It was announced this week that national installations company Anglian Home Improvements are to enter the triple glazing market full on by launching their own range of triple glazing. This is going to be in direct competition with Everest who have been pushing triple glazing for quite a while now. Check out the new Anglian advert:

It’s not a bad advert. They could have gone down the really cheesy route with it, but decided not to, which I’m glad of. Not a massive fan of the scrappage scheme thing at the end as it’s a tag on to the Government’s car scrappage scheme a few years ago which I think will cause quite a fair bit of confusion with the homeowner. If you’re going to advertise a discount or a sale, why not do it the traditional way? Either way though, a decent ad all round.

If the demand isn’t there, why not create it?

As I said above, Everest were first to this game quite a while ago now, and I can see their thinking. Get there first before anyone else does and when consumers start to think about triple glazing, they should be thinking of Everest first. However I think the rest of the industry was hesitant to jump on the bandwagon as the signs of demand for triple glazing were very weak at best, and it hasn’t got that much better in the last year or so. Still, the industry won’t wait for someone else to gain market share for too long, hence the entry to the market from Anglian.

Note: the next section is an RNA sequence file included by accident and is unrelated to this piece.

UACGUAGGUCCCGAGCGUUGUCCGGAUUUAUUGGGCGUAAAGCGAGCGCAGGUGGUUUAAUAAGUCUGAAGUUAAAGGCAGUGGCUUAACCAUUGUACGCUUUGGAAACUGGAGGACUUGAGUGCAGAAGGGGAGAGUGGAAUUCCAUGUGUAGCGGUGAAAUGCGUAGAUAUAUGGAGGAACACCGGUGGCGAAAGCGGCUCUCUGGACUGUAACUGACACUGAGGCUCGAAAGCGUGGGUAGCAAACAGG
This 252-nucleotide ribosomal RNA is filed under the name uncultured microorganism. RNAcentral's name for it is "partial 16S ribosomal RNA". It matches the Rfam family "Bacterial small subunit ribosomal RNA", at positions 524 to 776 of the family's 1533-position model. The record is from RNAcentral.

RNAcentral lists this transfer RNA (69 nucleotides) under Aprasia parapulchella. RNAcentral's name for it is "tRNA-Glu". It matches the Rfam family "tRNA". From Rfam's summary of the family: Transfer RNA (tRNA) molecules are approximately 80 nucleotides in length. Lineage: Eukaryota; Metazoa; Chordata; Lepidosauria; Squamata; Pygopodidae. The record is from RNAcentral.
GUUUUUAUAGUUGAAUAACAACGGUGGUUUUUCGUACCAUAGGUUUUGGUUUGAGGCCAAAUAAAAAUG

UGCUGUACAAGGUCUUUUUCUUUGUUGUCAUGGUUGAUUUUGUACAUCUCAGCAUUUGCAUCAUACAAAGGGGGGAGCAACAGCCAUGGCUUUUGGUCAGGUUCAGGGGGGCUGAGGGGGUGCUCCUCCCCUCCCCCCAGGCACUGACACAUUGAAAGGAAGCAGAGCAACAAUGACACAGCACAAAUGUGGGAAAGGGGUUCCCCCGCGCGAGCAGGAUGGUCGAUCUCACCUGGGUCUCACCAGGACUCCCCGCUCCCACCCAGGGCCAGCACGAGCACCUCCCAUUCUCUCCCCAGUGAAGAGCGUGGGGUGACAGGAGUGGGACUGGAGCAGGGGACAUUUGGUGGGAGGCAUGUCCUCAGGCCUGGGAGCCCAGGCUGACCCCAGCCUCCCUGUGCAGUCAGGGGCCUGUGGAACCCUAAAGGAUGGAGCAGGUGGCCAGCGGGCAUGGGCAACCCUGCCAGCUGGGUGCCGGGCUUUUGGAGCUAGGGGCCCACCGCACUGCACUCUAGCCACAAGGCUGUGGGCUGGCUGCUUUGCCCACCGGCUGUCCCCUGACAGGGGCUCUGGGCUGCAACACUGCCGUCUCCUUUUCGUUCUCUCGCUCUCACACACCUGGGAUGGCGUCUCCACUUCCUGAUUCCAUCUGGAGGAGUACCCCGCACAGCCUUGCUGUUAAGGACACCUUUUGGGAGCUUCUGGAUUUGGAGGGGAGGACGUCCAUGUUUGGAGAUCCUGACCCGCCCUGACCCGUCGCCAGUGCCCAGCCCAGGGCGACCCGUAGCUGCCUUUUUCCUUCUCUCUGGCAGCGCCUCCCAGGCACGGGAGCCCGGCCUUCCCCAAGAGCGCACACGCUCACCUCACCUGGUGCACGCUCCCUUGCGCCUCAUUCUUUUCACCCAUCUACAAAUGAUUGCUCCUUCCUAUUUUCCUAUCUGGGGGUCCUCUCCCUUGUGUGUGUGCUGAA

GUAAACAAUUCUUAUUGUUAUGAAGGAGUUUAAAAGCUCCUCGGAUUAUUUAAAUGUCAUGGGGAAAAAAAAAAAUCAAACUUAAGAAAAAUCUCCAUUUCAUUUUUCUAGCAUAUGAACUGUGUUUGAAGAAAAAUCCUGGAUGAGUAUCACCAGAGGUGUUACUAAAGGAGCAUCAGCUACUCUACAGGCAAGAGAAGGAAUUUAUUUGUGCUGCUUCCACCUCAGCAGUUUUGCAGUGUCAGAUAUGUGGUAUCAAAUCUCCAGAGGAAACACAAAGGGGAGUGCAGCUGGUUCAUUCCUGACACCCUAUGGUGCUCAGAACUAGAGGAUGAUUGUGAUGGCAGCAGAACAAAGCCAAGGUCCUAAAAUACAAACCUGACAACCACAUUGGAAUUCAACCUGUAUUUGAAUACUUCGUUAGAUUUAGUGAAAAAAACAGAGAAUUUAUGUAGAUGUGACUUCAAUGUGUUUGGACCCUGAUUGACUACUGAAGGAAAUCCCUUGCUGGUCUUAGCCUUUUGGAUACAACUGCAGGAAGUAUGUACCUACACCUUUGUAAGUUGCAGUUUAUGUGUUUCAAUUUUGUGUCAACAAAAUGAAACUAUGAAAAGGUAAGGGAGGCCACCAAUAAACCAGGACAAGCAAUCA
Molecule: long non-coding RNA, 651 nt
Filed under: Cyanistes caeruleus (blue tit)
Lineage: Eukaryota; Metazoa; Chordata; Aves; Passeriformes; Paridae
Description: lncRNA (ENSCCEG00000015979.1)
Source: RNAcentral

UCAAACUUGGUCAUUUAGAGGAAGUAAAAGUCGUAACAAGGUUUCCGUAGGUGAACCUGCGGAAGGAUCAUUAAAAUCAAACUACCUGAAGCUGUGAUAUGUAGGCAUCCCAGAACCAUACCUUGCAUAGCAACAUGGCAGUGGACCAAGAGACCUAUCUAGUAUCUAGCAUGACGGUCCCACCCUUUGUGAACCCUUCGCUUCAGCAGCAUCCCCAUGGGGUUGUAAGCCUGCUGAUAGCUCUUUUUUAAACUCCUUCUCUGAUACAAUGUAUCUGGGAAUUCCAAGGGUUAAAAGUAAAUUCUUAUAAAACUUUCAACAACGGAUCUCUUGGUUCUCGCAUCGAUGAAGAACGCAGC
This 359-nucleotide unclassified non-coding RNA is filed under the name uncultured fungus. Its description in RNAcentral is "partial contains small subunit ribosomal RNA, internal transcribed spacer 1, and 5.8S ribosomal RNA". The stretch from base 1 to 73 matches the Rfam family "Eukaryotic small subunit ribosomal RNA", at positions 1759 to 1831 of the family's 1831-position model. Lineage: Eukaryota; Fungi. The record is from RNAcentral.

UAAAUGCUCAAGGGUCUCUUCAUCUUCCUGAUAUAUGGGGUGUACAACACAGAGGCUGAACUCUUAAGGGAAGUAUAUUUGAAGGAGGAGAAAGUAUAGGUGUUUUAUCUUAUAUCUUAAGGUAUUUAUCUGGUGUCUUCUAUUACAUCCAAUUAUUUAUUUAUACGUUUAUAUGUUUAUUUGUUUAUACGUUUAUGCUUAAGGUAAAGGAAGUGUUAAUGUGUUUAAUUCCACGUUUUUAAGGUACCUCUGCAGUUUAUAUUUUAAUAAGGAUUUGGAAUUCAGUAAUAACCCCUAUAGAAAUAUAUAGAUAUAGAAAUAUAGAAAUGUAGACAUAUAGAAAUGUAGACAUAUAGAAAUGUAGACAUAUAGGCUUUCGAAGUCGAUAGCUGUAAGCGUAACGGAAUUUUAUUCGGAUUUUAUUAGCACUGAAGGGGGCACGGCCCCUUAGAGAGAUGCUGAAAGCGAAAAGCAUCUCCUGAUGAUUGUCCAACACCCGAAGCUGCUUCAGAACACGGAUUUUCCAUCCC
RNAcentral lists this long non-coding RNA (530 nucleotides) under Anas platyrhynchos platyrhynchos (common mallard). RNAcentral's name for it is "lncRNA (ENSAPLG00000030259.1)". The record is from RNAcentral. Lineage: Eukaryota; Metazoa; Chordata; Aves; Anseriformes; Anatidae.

The demand however is still weak. The Triple Glazing Question debate in April proved that there are some serious scientific doubts as to the benefits of triple glazing, as well as presenting some enormous logistical and pricing problems for many manufacturers to overcome. But the industry has spent a lot of money bringing triple glazing to the industry and cannot afford for it to fail. So if there demand isn’t quite there, why not give it a little nudge?

Honesty best way forward

It would still be nice for the industry to be honest about triple glazing with the customer though. It would be nice for us to show them when triple glazing becomes effective for their home and when it doesn’t. For example, it would be good for the industry to explain that the wider units (40mm or 44mm) in specially designed frames are the most effective form of triple glazing, as opposed to adapted forms of glazing made to fit frames traditionally used for double glazing.

I believe the demand for triple glazing is going to increase over the coming years, but only due to increased advertising of the product rather than natural demand from the general public.

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